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Poster communications

A primate model to study epigenetic mechanisms involved in metabolism regulation in response to nutritional stress

Abstract : The grey mouse lemur ( Microcebus murinus) is an arboreal primate originating from Madagascar, where it faces environmental conditions with strong contrasts between summer and winter seasons, in particular for food and water availability. Seasonal varia-tions result in adaptive response inducing energetic metabolism and behavioral changes that are fully reproducible in captivity. Characterized by its great phenotypic fiexibility, this primate appears as an interest­ ing mode!to evaluate the raies of epigenetic me-chanisms in modulating the adaptive responses to environmental modifications. In order to determine the impact of nutritional stress on epigenetic mechanisms, we submitted adult male mouse lemurs to either a control diet (CTL; ad libitum; N=6) or to an energetic challenge (CR; 40% calorie restriction; N=6) for 5 weeks, at the end of the winter season. Animals were then monitored for body mass, food intake, core temperature, metabolic performances and glucose tolerance. Liver biopsies were also performec\ before and after the experimental period, for both control and challenged animals. While calorie restriction had no major effect on body weight, core temperature· or metabolic performance, we observed an improvement of glucose tolerance in CR animals. We further investigated whether this result could be reflected at the epigenetic level. In a first approach, we focusecl on liver global DNA methylation. RNA and DNA were coextracted and DNA methylation measured by LUlMA (luminometric methylation as-say). Global liver DNA methylation was 65% ± 3% in Microcebus murinus. This level was not modified by the season and not affected by calorie restriction. Additional stuclies are needed to understand the molecular mechanisms that underlie the physiological changes displayed in response to environmental changes in the mouse lemur. A specific emphasis could be made on DNA methylation of gene promoters involved in lipid and glucose metabolism. This preliminary project challenges the role of epigenetic plasticity in adaptive processes and highlights the role that might play the mouse lemur as an animal model to decipher the mechanisms underlying phenotypic flexibility.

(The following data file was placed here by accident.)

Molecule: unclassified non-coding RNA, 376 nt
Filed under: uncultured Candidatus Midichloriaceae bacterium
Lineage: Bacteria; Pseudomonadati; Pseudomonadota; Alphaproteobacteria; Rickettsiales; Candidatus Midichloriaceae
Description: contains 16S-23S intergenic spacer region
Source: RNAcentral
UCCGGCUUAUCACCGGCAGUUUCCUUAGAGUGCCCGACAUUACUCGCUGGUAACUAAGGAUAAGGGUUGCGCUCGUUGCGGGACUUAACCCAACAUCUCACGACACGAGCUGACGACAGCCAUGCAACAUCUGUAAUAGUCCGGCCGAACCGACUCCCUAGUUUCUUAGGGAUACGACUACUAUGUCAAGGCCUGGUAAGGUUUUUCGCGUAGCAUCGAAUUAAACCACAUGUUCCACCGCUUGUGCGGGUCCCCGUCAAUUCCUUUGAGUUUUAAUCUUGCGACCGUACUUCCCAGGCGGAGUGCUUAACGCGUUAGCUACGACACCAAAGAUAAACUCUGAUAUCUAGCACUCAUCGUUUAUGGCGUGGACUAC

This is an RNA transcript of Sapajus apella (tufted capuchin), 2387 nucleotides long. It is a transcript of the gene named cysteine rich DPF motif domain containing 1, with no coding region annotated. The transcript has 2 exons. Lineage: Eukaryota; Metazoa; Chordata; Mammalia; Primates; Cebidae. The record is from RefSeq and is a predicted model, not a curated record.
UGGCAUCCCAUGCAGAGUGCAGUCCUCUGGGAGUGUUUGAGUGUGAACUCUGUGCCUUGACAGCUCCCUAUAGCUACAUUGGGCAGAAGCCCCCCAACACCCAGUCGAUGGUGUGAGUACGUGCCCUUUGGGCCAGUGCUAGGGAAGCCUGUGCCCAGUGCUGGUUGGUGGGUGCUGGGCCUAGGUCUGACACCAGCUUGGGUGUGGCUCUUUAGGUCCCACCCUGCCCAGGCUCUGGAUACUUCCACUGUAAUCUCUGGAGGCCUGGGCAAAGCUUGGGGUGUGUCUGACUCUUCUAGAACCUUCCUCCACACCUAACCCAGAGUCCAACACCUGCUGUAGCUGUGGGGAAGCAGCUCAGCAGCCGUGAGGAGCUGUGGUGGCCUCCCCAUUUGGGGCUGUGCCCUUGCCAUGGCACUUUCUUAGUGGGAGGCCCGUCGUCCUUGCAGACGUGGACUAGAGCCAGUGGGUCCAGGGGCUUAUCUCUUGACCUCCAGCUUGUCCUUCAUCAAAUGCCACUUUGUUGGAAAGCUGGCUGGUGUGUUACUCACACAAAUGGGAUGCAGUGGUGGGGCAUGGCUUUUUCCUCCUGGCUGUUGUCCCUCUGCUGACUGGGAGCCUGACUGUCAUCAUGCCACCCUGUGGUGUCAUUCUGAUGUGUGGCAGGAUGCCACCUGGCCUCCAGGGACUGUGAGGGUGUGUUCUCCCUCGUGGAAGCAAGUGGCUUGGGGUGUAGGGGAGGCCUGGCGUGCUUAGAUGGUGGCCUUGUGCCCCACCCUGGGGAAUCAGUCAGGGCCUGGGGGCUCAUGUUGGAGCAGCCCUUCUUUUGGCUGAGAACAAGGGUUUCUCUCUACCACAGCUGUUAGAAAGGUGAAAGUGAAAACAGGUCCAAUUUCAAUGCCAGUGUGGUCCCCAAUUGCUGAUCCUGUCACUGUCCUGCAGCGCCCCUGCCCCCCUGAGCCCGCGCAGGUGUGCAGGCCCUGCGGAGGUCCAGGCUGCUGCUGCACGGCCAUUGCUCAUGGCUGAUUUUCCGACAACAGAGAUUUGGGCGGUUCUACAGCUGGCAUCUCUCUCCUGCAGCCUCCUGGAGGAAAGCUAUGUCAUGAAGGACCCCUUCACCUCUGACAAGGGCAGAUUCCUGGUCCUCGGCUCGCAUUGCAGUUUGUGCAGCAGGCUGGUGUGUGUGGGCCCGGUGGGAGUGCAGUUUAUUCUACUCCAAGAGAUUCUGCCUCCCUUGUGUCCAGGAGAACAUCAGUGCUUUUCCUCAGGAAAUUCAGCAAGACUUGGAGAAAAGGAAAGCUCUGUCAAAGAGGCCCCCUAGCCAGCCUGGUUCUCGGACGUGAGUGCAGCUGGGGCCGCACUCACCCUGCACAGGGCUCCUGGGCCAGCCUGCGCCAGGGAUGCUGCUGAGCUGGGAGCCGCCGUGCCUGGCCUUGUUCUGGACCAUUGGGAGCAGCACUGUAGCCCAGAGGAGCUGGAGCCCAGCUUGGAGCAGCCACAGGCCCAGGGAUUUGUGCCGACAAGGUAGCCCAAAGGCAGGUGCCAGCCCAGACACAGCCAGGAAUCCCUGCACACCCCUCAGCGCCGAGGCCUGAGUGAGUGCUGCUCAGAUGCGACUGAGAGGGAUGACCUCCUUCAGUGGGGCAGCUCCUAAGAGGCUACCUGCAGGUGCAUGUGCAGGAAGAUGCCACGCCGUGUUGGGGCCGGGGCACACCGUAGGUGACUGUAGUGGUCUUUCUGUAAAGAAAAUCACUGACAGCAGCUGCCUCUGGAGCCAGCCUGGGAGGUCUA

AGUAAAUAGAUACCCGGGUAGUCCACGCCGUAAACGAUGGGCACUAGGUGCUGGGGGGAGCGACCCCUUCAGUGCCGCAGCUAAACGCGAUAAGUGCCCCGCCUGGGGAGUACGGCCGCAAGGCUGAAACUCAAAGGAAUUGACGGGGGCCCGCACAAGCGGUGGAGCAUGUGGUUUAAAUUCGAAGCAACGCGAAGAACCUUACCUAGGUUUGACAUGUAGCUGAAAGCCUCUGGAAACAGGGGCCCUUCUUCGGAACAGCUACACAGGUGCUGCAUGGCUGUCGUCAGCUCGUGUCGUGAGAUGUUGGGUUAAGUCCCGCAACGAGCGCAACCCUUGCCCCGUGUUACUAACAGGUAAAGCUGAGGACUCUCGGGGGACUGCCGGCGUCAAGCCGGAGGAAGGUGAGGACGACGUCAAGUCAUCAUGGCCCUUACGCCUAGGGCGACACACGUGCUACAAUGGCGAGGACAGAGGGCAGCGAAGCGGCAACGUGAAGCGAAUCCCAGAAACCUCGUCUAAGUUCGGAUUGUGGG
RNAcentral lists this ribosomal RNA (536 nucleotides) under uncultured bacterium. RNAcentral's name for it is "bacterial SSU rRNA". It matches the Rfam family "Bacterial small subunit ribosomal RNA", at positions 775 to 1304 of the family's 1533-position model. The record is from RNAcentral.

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Poster communications
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Submitted on : Wednesday, June 3, 2020 - 12:57:44 AM
Last modification on : Tuesday, November 16, 2021 - 4:28:39 AM


  • HAL Id : hal-02741236, version 1
  • PRODINRA : 382132



Mélanie Jouin, Léanna Tessonneau, Jérémy Terrien, Anne Gabory. A primate model to study epigenetic mechanisms involved in metabolism regulation in response to nutritional stress. 3. congrès de la SF-DOHaD, Dec 2016, Paris, France. 84 p., 2016, 3ème congrès de la SF-DOHaD. ⟨hal-02741236⟩



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